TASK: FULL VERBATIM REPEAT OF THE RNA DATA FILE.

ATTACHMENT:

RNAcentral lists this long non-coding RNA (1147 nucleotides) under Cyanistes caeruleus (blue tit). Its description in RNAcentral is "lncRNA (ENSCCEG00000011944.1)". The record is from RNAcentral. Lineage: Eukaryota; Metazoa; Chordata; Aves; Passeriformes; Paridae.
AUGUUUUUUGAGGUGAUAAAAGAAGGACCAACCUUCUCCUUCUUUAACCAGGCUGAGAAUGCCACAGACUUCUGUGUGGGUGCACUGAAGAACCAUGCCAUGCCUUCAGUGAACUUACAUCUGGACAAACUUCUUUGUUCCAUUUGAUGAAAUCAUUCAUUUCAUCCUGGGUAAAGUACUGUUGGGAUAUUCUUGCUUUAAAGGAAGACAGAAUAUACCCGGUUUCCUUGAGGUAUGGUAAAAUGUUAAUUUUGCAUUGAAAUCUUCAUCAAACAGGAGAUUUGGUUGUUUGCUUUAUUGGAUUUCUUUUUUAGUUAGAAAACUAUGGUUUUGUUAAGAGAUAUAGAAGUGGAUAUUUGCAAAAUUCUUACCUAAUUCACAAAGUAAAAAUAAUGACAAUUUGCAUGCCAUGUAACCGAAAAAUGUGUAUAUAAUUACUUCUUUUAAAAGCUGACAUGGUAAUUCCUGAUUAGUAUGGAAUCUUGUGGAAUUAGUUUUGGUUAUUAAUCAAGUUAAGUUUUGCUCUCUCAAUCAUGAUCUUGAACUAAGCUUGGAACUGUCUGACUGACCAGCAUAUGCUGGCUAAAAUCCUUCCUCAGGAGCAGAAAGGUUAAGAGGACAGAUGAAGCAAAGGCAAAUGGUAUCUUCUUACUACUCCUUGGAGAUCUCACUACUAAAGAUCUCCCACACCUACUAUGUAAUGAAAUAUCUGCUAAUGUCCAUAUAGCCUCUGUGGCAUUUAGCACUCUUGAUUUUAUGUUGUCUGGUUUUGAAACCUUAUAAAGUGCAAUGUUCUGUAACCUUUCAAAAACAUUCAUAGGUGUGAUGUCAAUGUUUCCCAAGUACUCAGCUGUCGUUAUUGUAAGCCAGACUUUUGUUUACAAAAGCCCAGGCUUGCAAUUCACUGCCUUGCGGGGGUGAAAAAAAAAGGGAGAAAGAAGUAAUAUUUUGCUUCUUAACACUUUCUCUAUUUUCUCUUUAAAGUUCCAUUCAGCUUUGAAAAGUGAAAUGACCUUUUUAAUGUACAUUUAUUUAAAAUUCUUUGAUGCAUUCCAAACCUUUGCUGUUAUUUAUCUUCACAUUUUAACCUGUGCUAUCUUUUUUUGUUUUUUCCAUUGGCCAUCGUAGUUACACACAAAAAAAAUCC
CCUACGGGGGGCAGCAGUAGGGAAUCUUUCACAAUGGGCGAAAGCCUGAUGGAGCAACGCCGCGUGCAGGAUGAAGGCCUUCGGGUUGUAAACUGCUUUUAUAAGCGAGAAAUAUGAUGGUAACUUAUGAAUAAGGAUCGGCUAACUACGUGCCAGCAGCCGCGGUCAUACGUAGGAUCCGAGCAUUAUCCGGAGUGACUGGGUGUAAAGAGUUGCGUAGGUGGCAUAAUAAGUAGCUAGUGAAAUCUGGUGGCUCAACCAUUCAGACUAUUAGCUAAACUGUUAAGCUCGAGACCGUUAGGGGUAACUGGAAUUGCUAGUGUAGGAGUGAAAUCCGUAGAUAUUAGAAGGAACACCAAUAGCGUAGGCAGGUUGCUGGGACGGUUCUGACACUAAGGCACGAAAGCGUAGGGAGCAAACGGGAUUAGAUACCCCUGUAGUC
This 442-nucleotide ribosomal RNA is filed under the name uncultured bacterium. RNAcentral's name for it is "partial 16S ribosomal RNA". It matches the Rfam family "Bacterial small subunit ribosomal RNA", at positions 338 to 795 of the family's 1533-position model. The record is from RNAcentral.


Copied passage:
RNAcentral lists this long non-coding RNA (1147 nucleotides) under Cyanistes caeruleus (blue tit). Its description in RNAcentral is "lncRNA (ENSCCEG00000011944.1)". The record is from RNAcentral. Lineage: Eukaryota; Metazoa; Chordata; Aves; Passeriformes; Paridae.
AUGUUUUUUGAGGUGAUAAAAGAAGGACCAACCUUCUCCUUCUUUAACCAGGCUGAGAAUGCCACAGACUUCUGUGUGGGUGCACUGAAGAACCAUGCCAUGCCUUCAGUGAACUUACAUCUGGACAAACUUCUUUGUUCCAUUUGAUGAAAUCAUUCAUUUCAUCCUGGGUAAAGUACUGUUGGGAUAUUCUUGCUUUAAAGGAAGACAGAAUAUACCCGGUUUCCUUGAGGUAUGGUAAAAUGUUAAUUUUGCAUUGAAAUCUUCAUCAAACAGGAGAUUUGGUUGUUUGCUUUAUUGGAUUUCUUUUUUAGUUAGAAAACUAUGGUUUUGUUAAGAGAUAUAGAAGUGGAUAUUUGCAAAAUUCUUACCUAAUUCACAAAGUAAAAAUAAUGACAAUUUGCAUGCCAUGUAACCGAAAAAUGUGUAUAUAAUUACUUCUUUUAAAAGCUGACAUGGUAAUUCCUGAUUAGUAUGGAAUCUUGUGGAAUUAGUUUUGGUUAUUAAUCAAGUUAAGUUUUGCUCUCUCAAUCAUGAUCUUGAACUAAGCUUGGAACUGUCUGACUGACCAGCAUAUGCUGGCUAAAAUCCUUCCUCAGGAGCAGAAAGGUUAAGAGGACAGAUGAAGCAAAGGCAAAUGGUAUCUUCUUACUACUCCUUGGAGAUCUCACUACUAAAGAUCUCCCACACCUACUAUGUAAUGAAAUAUCUGCUAAUGUCCAUAUAGCCUCUGUGGCAUUUAGCACUCUUGAUUUUAUGUUGUCUGGUUUUGAAACCUUAUAAAGUGCAAUGUUCUGUAACCUUUCAAAAACAUUCAUAGGUGUGAUGUCAAUGUUUCCCAAGUACUCAGCUGUCGUUAUUGUAAGCCAGACUUUUGUUUACAAAAGCCCAGGCUUGCAAUUCACUGCCUUGCGGGGGUGAAAAAAAAAGGGAGAAAGAAGUAAUAUUUUGCUUCUUAACACUUUCUCUAUUUUCUCUUUAAAGUUCCAUUCAGCUUUGAAAAGUGAAAUGACCUUUUUAAUGUACAUUUAUUUAAAAUUCUUUGAUGCAUUCCAAACCUUUGCUGUUAUUUAUCUUCACAUUUUAACCUGUGCUAUCUUUUUUUGUUUUUUCCAUUGGCCAUCGUAGUUACACACAAAAAAAAUCC
CCUACGGGGGGCAGCAGUAGGGAAUCUUUCACAAUGGGCGAAAGCCUGAUGGAGCAACGCCGCGUGCAGGAUGAAGGCCUUCGGGUUGUAAACUGCUUUUAUAAGCGAGAAAUAUGAUGGUAACUUAUGAAUAAGGAUCGGCUAACUACGUGCCAGCAGCCGCGGUCAUACGUAGGAUCCGAGCAUUAUCCGGAGUGACUGGGUGUAAAGAGUUGCGUAGGUGGCAUAAUAAGUAGCUAGUGAAAUCUGGUGGCUCAACCAUUCAGACUAUUAGCUAAACUGUUAAGCUCGAGACCGUUAGGGGUAACUGGAAUUGCUAGUGUAGGAGUGAAAUCCGUAGAUAUUAGAAGGAACACCAAUAGCGUAGGCAGGUUGCUGGGACGGUUCUGACACUAAGGCACGAAAGCGUAGGGAGCAAACGGGAUUAGAUACCCCUGUAGUC
This 442-nucleotide ribosomal RNA is filed under the name uncultured bacterium. RNAcentral's name for it is "partial 16S ribosomal RNA". It matches the Rfam family "Bacterial small subunit ribosomal RNA", at positions 338 to 795 of the family's 1533-position model. The record is from RNAcentral.